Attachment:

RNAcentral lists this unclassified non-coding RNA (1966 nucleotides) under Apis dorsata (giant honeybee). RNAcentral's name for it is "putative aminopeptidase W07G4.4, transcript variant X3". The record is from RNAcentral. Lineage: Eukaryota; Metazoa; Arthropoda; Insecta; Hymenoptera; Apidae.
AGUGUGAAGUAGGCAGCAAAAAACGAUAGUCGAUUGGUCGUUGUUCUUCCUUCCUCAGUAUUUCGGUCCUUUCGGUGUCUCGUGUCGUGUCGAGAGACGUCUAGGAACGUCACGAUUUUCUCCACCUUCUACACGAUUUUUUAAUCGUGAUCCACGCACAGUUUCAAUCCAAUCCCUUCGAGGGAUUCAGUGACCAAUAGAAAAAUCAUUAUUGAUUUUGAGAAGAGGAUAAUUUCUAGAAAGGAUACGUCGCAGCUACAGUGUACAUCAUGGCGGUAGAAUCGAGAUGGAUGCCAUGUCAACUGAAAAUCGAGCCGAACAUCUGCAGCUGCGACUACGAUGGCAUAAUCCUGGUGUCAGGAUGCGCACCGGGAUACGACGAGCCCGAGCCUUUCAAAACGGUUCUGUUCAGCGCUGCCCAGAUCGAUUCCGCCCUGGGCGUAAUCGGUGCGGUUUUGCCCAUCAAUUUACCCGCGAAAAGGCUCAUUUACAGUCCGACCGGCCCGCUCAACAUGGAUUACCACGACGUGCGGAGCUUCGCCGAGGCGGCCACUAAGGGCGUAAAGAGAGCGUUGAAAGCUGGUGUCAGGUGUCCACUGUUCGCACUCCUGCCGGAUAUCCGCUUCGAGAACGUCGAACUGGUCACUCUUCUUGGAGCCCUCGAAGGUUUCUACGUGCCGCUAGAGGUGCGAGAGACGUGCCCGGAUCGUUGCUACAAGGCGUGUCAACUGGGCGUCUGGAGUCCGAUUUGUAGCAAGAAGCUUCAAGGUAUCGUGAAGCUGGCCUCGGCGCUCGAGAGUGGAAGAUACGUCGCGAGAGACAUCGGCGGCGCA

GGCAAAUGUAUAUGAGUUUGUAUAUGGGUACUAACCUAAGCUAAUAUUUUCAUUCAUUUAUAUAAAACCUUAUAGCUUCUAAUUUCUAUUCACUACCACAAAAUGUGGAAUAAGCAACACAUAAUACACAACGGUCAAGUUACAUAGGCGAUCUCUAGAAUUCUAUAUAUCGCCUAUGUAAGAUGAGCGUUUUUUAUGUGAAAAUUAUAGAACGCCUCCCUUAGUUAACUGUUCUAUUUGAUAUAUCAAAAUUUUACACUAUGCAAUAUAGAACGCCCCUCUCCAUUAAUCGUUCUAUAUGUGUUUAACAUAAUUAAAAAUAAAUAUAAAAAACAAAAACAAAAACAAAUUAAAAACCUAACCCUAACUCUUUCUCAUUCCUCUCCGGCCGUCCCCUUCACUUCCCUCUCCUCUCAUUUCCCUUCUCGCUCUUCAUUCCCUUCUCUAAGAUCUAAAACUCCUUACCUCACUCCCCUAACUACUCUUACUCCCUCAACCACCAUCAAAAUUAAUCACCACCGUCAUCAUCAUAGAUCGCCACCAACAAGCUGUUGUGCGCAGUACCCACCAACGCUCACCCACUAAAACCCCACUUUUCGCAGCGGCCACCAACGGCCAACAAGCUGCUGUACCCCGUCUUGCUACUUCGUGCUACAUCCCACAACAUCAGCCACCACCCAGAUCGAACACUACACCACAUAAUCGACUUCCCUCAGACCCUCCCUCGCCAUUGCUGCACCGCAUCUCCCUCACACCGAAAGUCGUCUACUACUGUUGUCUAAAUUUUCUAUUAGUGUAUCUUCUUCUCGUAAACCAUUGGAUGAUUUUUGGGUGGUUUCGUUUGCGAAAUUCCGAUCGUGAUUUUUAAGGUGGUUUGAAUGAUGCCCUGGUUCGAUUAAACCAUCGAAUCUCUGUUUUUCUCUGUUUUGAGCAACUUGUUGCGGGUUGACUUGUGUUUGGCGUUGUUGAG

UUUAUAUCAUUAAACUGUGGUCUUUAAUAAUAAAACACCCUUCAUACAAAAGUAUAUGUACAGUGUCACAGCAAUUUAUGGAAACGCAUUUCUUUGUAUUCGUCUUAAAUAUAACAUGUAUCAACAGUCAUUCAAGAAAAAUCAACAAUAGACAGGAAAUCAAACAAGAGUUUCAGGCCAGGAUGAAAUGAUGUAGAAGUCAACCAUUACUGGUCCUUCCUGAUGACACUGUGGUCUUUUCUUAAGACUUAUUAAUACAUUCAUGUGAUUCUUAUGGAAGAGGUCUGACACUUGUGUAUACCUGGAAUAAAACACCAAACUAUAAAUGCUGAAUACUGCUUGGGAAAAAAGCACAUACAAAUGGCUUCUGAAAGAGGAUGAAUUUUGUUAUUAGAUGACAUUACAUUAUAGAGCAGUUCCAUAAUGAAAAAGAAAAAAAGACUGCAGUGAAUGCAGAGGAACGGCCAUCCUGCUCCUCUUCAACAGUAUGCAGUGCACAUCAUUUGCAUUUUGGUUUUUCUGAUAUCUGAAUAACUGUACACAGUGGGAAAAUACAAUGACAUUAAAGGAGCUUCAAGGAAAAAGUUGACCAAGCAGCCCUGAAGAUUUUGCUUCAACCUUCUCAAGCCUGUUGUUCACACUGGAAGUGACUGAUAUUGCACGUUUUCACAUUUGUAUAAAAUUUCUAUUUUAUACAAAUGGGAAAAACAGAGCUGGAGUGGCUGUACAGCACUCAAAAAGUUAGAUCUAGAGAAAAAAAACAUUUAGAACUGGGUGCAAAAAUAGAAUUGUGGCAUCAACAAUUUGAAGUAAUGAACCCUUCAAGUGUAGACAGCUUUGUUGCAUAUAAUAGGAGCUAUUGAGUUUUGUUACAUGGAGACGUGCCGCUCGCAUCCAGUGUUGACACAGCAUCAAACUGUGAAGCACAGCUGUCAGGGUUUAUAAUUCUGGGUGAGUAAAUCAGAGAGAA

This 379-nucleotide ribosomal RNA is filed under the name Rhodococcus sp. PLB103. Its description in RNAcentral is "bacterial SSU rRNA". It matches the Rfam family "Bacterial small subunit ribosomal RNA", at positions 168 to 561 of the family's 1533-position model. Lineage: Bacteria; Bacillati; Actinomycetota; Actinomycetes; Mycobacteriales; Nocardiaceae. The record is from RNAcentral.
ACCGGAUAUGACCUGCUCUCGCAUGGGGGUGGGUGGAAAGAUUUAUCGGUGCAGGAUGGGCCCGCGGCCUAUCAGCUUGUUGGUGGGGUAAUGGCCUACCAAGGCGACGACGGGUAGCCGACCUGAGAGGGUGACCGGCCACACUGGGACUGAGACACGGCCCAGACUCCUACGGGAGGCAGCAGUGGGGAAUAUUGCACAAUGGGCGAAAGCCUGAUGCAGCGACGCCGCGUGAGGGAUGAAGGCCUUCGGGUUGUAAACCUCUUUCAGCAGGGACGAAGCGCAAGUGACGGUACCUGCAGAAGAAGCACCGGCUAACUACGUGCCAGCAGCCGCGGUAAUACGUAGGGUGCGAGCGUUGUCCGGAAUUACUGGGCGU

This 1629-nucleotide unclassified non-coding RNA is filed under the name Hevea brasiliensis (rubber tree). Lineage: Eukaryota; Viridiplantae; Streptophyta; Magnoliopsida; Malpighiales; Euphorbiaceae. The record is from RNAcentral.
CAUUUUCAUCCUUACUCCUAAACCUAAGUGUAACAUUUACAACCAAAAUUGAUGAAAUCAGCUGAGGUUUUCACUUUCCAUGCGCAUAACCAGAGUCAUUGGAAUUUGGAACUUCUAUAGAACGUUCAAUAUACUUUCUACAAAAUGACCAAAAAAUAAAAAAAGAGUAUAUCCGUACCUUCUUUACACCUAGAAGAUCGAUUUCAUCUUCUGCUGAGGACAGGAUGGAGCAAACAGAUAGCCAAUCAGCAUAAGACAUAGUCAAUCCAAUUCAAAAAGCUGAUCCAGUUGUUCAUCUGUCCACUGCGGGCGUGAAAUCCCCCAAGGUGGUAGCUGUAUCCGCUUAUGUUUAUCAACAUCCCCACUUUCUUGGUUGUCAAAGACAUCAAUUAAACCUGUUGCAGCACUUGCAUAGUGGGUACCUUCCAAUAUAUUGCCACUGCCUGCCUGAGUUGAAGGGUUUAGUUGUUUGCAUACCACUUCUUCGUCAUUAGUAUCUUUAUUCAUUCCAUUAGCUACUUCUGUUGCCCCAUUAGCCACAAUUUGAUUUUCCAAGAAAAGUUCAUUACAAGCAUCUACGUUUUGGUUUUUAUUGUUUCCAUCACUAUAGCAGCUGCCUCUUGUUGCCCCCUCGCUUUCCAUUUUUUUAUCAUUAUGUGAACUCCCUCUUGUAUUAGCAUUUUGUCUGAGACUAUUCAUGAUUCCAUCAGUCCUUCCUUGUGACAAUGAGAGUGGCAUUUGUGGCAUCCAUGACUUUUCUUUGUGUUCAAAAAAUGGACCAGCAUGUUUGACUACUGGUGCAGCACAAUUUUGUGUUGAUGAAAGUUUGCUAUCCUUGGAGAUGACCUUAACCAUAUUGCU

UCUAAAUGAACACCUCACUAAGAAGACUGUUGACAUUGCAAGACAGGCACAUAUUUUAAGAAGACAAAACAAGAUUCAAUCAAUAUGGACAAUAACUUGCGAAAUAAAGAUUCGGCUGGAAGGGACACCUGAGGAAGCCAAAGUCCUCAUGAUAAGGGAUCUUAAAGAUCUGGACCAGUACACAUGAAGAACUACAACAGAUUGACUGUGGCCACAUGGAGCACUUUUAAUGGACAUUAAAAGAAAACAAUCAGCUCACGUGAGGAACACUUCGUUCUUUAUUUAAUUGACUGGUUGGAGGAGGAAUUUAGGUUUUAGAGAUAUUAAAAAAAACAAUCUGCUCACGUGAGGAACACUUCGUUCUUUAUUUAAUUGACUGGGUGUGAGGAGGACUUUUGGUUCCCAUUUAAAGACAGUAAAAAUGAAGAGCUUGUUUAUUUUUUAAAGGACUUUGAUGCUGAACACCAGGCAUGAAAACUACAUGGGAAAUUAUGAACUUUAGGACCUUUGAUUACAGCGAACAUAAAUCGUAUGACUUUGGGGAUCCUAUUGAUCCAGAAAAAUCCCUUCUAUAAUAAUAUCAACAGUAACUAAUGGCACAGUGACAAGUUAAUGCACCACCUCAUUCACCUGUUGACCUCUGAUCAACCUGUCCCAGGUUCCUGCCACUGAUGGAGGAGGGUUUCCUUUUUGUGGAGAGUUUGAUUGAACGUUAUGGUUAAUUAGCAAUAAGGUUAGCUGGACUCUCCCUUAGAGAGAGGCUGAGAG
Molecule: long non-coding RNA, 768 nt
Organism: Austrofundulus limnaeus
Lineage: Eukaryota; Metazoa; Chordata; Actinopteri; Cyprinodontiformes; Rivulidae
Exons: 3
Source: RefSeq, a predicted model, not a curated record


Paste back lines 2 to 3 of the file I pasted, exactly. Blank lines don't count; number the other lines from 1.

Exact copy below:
AGUGUGAAGUAGGCAGCAAAAAACGAUAGUCGAUUGGUCGUUGUUCUUCCUUCCUCAGUAUUUCGGUCCUUUCGGUGUCUCGUGUCGUGUCGAGAGACGUCUAGGAACGUCACGAUUUUCUCCACCUUCUACACGAUUUUUUAAUCGUGAUCCACGCACAGUUUCAAUCCAAUCCCUUCGAGGGAUUCAGUGACCAAUAGAAAAAUCAUUAUUGAUUUUGAGAAGAGGAUAAUUUCUAGAAAGGAUACGUCGCAGCUACAGUGUACAUCAUGGCGGUAGAAUCGAGAUGGAUGCCAUGUCAACUGAAAAUCGAGCCGAACAUCUGCAGCUGCGACUACGAUGGCAUAAUCCUGGUGUCAGGAUGCGCACCGGGAUACGACGAGCCCGAGCCUUUCAAAACGGUUCUGUUCAGCGCUGCCCAGAUCGAUUCCGCCCUGGGCGUAAUCGGUGCGGUUUUGCCCAUCAAUUUACCCGCGAAAAGGCUCAUUUACAGUCCGACCGGCCCGCUCAACAUGGAUUACCACGACGUGCGGAGCUUCGCCGAGGCGGCCACUAAGGGCGUAAAGAGAGCGUUGAAAGCUGGUGUCAGGUGUCCACUGUUCGCACUCCUGCCGGAUAUCCGCUUCGAGAACGUCGAACUGGUCACUCUUCUUGGAGCCCUCGAAGGUUUCUACGUGCCGCUAGAGGUGCGAGAGACGUGCCCGGAUCGUUGCUACAAGGCGUGUCAACUGGGCGUCUGGAGUCCGAUUUGUAGCAAGAAGCUUCAAGGUAUCGUGAAGCUGGCCUCGGCGCUCGAGAGUGGAAGAUACGUCGCGAGAGACAUCGGCGGCGCA

GGCAAAUGUAUAUGAGUUUGUAUAUGGGUACUAACCUAAGCUAAUAUUUUCAUUCAUUUAUAUAAAACCUUAUAGCUUCUAAUUUCUAUUCACUACCACAAAAUGUGGAAUAAGCAACACAUAAUACACAACGGUCAAGUUACAUAGGCGAUCUCUAGAAUUCUAUAUAUCGCCUAUGUAAGAUGAGCGUUUUUUAUGUGAAAAUUAUAGAACGCCUCCCUUAGUUAACUGUUCUAUUUGAUAUAUCAAAAUUUUACACUAUGCAAUAUAGAACGCCCCUCUCCAUUAAUCGUUCUAUAUGUGUUUAACAUAAUUAAAAAUAAAUAUAAAAAACAAAAACAAAAACAAAUUAAAAACCUAACCCUAACUCUUUCUCAUUCCUCUCCGGCCGUCCCCUUCACUUCCCUCUCCUCUCAUUUCCCUUCUCGCUCUUCAUUCCCUUCUCUAAGAUCUAAAACUCCUUACCUCACUCCCCUAACUACUCUUACUCCCUCAACCACCAUCAAAAUUAAUCACCACCGUCAUCAUCAUAGAUCGCCACCAACAAGCUGUUGUGCGCAGUACCCACCAACGCUCACCCACUAAAACCCCACUUUUCGCAGCGGCCACCAACGGCCAACAAGCUGCUGUACCCCGUCUUGCUACUUCGUGCUACAUCCCACAACAUCAGCCACCACCCAGAUCGAACACUACACCACAUAAUCGACUUCCCUCAGACCCUCCCUCGCCAUUGCUGCACCGCAUCUCCCUCACACCGAAAGUCGUCUACUACUGUUGUCUAAAUUUUCUAUUAGUGUAUCUUCUUCUCGUAAACCAUUGGAUGAUUUUUGGGUGGUUUCGUUUGCGAAAUUCCGAUCGUGAUUUUUAAGGUGGUUUGAAUGAUGCCCUGGUUCGAUUAAACCAUCGAAUCUCUGUUUUUCUCUGUUUUGAGCAACUUGUUGCGGGUUGACUUGUGUUUGGCGUUGUUGAG